No. That’s bullshit. And anyone who argues such doesn’t understand the responsibilities inherent to love and interpersonal relationships. Failure to acknowledge those leads to neglect and psychological abuse, which in turn may lead to feelings of ostracism and depression. That is not love. And if your relationship ever reflects such neglect, then your partner is no longer fulfilling your needs. And now you must decide whether you want another to fulfill those needs.

So if I say, “I need you,” I am declaring to you that I’ve chosen you to fulfill my personal needs.

I want to
Need to
Want you

And that will remain true so long as we want to fulfill each others’ needs and actively demonstrate our love.

62 thoughts on “Want to Need to Want You: An Essay on Love as a Need

  1. Therein lies the rub – so long as we want to fulfill each others needs. There’s also the issue of the ebb and flow of needs, and one needing the other more.

    Liked by 4 people

      1. I think that it is normal in a long term relationship for one to need one more than the other at different times. If it is unequal it doesn’t work but if it goes back and forth, it keeps it interesting. I used Maslow’s heirarchy as the basis for my thesis and got a B+…not happy!

        Liked by 1 person

  2. Well that was interesting.
    I agree here and there and here and there and here and there, but I have other opinions there and here. Your perception is keen and your outlook on Eros is healthy (in my opinion.)


    Also want and need and want led me to Cheap Trick…

    Liked by 3 people

    1. You’re awesome, Joey – thank you! I’m definitely expecting some kickback on this one. But I felt compelled to write on it!

      Hehehe….I may yet try the chicken with cream cheese. 😉

      Cheap Trick! I LOVE THAT SONG. This post TOTALLY needed that song!

      Liked by 1 person

  3. Bloody hell, that was a bit deep for a Friday evening! Seriously though, great post and totally agree. I think it develops into a mutual respect and desire to nurture one another, almost like you would a child. I don’t mean that in a patronising ‘you’re a baby’ kind of way, more an instinct that I want to protect, care for, entertain and enjoy this person. And I guess it also requires wiping snotty noses and clearing up their shizzle in unfortunate cases!!

    Liked by 1 person

  4. Yup. Great post. I agree. Love is fucking hard work. However, in my experience, just “loving” someone is not enough to make you “right” for one another.

    I love my husband, and he loves me, but we don’t seem able to make each other happy. We aren’t meeting some needs in each other, clearly. So we are currently “consciously uncoupling” – I think it will be best for all of us. Hard though. I’m hoping we can be best friends, and that he can find someone who truly fulfils his needs. He’s a good man 😊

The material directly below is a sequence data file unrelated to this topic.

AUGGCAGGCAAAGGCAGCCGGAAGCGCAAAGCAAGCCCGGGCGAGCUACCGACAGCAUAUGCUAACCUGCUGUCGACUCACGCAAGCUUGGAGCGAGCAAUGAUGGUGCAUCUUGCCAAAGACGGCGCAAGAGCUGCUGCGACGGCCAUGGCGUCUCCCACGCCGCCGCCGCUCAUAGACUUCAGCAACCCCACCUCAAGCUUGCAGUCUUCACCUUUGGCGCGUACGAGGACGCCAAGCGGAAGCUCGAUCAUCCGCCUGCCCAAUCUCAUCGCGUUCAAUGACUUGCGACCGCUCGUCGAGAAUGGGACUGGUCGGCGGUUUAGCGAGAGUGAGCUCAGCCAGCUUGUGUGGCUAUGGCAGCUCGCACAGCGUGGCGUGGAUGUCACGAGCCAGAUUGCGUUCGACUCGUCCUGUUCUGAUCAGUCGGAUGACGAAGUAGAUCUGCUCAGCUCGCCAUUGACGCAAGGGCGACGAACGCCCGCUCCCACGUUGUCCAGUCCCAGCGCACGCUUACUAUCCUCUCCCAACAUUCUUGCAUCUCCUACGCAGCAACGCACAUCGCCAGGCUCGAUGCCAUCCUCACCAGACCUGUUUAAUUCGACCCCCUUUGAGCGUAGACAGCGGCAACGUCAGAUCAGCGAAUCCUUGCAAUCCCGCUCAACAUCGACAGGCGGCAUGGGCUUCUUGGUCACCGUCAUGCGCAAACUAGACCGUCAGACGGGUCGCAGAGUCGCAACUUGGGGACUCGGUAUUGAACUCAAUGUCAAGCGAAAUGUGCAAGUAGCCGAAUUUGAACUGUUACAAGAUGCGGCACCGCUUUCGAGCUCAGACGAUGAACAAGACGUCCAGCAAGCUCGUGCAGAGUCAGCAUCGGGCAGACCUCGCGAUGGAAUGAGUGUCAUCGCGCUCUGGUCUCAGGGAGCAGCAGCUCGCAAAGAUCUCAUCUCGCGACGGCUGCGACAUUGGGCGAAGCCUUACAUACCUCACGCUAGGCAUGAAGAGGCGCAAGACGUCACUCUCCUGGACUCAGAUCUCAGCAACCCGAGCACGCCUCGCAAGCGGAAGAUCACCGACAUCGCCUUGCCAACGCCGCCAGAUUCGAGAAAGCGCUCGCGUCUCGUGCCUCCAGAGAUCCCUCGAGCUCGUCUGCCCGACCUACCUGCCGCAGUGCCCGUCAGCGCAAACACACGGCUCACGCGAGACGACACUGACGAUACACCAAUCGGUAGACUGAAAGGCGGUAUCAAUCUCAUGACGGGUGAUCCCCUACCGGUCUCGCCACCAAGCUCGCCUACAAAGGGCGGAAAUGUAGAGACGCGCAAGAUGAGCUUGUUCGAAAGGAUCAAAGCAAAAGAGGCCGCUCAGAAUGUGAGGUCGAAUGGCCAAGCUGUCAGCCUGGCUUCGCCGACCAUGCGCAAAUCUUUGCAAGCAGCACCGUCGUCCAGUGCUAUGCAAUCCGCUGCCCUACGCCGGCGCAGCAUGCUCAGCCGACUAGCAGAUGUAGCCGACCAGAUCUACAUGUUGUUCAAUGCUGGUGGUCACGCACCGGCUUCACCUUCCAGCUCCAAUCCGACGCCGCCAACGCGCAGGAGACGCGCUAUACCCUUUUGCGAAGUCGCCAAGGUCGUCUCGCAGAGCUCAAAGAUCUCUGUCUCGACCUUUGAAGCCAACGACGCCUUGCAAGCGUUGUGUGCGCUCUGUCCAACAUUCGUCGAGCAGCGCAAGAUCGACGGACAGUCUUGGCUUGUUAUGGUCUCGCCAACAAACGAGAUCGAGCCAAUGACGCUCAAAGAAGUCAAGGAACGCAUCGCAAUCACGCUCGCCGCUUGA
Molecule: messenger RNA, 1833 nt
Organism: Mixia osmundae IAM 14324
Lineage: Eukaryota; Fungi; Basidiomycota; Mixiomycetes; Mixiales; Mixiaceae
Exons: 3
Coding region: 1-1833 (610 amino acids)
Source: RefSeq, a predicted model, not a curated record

Liked by 2 people

  5. I’m a hopeless romantic that will love anyone who let’s me. But I really appreciate the amount of thought you out into this, Steph. It was brilliant and fun to read. I agree with your assessment too!
    So while I’m not an expert on the subject, I’ll tell you I’m definitely in love with what’s filling the space between your ears.
    😉 have a great evening!!!

    Liked by 1 person

    1. I’m so glad you enjoyed it – thank you for such kind compliments!

      And Eric…I’m flattered beyond measure. And perhaps blushing. What can I even say…….thank you….

      I hope you have a great evening, too!

      Liked by 1 person

  6. How do you explain those who don’t experience all of Maslow’s “needs”? Surely you don’t believe there aren’t any well-documented cases? Yet they continue to live…

    Liked by 1 person

    1. I didn’t say there aren’t exceptions. I didn’t say that every person on earth fits into a single mold.

      What I did say is that I ascribe to those views and that it makes perfect sense to me and countless others.

      There are always exceptions. And some of our higher needs, self-actualization for instance, are never met. And for people like me, it causes no end of soul-searching and questioning.

      Love, for me, and so many others, is a necessity.

      Without it, there is untold suffering. Which I clearly articulated.

      Yes, people SURVIVE without it. Is that how you want to live? In perpetual survival mode?

      Liked by 2 people

      1. The people incapable of of even wanting those things often do quite well in life for things that matter to them. They might be happier than those of us who at least want those things.
        But if you view it that way for you, more power to you.

        Liked by 1 person

      2. As I said, there are exceptions to any and every rule or hypothesis or theory. I’m talking about the norm here.

        Humor me. Tell me that children don’t need love from their parents to develop into well-rounded people. Explain to me how neglected children are happier than those who had loving parents or loving familial environments.

        Liked by 2 people

      3. Well-rounded? No, stable? Many are. Who are we to judge what is healthiest when they are happy people? Just because it is lacking things that would make US happy, doesn’t mean that they can’t be happy with the material things and other things they actually do care about.

        Liked by 1 person

      4. Then you evaded my question. I said to explain to me how unloved children develop into WELL-ROUNDED adults. And you said psychopaths as your answer.

        I’m not talking about happiness here. I’m talking about the basic human needs that we require to be fulfilled in order to be fully healthy, well-rounded adults with healthy psyches. In the NORM.

        Liked by 1 person